Ellsworth Ambulance service marks 10 years as paramedic unit
The Ellsworth Ambulance Service (EAS) has had a varied history, including few developments as significant as the service’s designation as a paramedic unit a decade ago.
In March of 2004, the service achieved the status of having its first volunteer paramedic, according to information from Director Kris Herold and Jessica Brickner of EAS. The local advancement to paramedic level was one of the first for rural ambulances in Wisconsin and was the first in Pierce County.
“(Former Director) Bill Brookshaw was a leading proponent for changing the legislation,” Herold said Friday about how rural services became eligible for the paramedic designation.
Brookshaw had attended numerous meetings where he heard “can’t do it” when the paramedic status in rural areas was discussed, Herold said. The sticking point was a requirement there be two paramedics on board an ambulance for each run. Although rural representatives argued this wasn’t practical in their situations, those from units in major metropolitan areas showed resistance.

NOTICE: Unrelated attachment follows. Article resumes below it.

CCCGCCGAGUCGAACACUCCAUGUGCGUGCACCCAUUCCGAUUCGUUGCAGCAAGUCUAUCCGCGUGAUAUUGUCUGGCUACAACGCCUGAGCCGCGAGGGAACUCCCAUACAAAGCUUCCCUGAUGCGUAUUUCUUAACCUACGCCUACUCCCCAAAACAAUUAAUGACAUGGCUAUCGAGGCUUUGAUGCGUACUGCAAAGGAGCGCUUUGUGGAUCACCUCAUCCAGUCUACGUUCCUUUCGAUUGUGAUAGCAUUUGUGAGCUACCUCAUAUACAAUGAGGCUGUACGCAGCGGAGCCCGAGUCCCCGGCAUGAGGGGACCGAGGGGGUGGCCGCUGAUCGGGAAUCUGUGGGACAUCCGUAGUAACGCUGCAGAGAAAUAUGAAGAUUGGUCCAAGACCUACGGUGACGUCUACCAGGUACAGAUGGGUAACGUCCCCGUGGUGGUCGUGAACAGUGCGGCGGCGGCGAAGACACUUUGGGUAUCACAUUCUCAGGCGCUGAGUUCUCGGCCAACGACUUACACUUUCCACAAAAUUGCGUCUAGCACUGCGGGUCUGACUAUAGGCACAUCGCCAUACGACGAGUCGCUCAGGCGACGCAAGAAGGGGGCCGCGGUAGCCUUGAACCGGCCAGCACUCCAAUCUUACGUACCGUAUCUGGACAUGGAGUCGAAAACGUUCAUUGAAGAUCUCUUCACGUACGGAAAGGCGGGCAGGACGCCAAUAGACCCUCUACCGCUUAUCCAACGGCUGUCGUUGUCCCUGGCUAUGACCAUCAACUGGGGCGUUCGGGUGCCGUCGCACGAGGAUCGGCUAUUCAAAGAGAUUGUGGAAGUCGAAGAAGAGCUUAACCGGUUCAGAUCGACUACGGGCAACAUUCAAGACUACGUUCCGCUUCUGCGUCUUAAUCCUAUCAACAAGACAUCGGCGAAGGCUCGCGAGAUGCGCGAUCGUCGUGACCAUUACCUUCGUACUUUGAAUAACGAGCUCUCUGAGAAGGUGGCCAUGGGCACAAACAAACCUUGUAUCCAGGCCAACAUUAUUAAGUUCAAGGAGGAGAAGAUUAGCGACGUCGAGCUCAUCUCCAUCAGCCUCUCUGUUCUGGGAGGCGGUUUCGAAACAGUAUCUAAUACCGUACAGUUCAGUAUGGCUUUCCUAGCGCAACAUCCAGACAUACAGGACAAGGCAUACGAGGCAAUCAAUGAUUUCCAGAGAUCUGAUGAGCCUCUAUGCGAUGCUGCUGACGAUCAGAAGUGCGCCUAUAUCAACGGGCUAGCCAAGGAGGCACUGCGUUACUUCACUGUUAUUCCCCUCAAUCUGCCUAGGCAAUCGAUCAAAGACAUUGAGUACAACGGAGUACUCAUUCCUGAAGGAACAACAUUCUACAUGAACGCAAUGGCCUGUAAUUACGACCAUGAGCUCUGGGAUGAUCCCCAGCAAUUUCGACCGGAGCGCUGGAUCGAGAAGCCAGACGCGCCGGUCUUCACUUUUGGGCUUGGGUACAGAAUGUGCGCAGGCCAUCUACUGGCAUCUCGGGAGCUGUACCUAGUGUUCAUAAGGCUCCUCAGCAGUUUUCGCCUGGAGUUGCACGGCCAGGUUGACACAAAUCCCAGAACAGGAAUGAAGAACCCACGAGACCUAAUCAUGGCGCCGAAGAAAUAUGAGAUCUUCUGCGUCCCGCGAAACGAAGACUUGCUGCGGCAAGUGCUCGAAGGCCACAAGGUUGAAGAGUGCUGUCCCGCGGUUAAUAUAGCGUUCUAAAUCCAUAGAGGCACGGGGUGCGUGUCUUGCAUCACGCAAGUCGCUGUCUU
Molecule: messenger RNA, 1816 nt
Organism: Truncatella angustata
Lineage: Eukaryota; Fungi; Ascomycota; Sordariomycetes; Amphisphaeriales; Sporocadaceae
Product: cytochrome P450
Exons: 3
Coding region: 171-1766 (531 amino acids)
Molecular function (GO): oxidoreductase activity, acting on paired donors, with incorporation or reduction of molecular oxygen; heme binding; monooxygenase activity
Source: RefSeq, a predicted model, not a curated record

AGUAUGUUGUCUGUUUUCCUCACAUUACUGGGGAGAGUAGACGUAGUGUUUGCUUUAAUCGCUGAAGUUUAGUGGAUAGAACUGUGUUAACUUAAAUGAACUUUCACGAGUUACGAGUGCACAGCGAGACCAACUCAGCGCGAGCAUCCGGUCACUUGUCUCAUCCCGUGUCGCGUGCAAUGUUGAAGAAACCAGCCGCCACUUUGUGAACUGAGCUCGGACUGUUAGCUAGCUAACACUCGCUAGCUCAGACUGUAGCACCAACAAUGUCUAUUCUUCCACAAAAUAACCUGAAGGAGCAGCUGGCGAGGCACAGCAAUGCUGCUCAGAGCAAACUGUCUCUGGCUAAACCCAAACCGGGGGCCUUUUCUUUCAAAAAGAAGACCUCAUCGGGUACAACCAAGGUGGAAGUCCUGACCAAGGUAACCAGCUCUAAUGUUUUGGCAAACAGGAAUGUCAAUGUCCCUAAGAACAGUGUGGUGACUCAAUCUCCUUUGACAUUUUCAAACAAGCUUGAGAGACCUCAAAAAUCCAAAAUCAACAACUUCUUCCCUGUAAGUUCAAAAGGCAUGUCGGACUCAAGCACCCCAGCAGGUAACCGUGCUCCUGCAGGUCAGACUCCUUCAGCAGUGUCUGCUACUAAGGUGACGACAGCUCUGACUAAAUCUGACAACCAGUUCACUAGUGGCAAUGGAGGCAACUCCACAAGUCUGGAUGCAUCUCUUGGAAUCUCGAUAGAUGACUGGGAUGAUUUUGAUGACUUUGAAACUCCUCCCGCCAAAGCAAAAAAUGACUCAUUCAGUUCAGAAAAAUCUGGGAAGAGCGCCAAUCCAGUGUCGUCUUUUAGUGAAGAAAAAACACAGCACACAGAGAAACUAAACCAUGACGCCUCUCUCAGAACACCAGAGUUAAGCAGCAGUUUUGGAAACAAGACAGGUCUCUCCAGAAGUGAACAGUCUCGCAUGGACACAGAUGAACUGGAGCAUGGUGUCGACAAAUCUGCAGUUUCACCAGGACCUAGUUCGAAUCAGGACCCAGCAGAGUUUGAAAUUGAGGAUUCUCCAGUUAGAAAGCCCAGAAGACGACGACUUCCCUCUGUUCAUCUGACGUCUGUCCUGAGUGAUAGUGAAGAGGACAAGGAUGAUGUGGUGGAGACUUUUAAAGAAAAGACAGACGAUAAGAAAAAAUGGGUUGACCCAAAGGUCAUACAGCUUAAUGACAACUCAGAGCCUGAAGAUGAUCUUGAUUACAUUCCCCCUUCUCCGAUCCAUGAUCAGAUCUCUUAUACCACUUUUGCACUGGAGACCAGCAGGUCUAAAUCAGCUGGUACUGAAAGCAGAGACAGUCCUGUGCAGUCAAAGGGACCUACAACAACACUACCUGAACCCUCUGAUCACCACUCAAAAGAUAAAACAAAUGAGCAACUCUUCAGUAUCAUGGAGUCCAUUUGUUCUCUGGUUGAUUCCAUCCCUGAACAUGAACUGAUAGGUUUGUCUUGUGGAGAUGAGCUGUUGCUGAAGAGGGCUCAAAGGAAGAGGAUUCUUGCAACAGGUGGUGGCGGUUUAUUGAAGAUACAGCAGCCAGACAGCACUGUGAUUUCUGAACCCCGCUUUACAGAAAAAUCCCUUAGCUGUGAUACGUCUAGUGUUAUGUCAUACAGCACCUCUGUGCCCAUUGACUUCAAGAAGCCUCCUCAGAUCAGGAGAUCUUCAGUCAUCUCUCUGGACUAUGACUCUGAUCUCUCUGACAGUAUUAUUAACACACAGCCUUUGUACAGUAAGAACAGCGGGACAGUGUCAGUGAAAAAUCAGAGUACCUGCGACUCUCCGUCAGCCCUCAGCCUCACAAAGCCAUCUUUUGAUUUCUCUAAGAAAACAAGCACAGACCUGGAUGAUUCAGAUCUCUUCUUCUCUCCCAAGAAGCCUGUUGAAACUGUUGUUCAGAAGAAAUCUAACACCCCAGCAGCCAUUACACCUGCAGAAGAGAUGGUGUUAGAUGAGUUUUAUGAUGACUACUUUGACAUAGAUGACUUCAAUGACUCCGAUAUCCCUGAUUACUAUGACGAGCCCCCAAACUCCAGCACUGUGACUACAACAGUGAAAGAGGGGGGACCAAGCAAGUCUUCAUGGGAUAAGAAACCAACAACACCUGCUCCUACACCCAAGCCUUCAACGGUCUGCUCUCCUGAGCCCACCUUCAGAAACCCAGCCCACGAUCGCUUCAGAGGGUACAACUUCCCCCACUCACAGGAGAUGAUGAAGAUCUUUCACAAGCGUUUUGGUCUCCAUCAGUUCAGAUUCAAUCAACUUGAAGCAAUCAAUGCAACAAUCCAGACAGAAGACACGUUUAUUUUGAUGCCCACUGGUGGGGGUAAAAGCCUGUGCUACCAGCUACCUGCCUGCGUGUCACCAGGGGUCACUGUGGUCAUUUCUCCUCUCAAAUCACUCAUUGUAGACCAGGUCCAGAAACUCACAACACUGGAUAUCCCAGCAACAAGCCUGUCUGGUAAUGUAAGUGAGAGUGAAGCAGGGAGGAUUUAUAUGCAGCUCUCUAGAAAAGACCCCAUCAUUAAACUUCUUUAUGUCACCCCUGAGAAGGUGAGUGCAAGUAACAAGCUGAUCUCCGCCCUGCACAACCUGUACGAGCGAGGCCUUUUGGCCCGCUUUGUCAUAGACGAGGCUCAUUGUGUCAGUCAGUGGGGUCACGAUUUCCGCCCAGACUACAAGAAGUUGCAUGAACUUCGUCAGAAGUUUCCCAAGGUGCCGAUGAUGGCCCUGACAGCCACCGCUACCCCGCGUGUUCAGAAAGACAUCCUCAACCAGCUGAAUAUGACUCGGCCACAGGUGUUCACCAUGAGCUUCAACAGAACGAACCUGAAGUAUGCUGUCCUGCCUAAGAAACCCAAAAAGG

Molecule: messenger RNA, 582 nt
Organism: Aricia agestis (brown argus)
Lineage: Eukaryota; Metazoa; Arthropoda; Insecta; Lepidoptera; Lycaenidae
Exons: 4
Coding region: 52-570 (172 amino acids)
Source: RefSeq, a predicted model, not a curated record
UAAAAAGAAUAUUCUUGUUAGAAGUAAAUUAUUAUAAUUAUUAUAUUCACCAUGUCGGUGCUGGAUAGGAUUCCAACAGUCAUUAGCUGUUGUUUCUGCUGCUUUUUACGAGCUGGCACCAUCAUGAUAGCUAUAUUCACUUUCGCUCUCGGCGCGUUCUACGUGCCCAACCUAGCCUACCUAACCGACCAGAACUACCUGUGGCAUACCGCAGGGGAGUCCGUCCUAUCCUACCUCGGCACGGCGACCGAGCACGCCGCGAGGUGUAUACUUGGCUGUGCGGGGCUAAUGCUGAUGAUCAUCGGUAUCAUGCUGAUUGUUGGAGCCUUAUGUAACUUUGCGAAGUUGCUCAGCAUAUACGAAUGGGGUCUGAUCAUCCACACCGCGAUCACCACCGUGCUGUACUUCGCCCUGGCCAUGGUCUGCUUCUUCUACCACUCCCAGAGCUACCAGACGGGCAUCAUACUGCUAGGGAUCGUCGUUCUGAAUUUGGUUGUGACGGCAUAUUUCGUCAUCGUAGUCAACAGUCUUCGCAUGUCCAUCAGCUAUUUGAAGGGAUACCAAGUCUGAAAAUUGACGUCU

Eventually, with the help of State Sen. Sheila Harsdorf and former State Rep. Kitty Rhoades, an agreement was reached and accepted by the parties, he said. This paved the way for Ellsworth to advance, second statewide (after Ashland, Brickner said) and first in this area, followed by Hudson, New Richmond and River Falls.
“I was at a meeting yesterday and many services in rural areas are paramedic services now,” Herold said.
“Para” in their title refers to “beside doctor” and the position is an outgrowth of the Vietnam War, according to EAS information. They were present in the field during that war; findings showed a better survival rate was being realized there than back home, so the concept caught on in the U.S.
The development for the local service meant medications could be dispensed in the ambulance, advanced procedures such as advanced airway management could be conducted, surgical measures such as installing a trachea could be done and there were more options for cardiac cases, Herold said.
For more please read the March 19 print version of the Herald.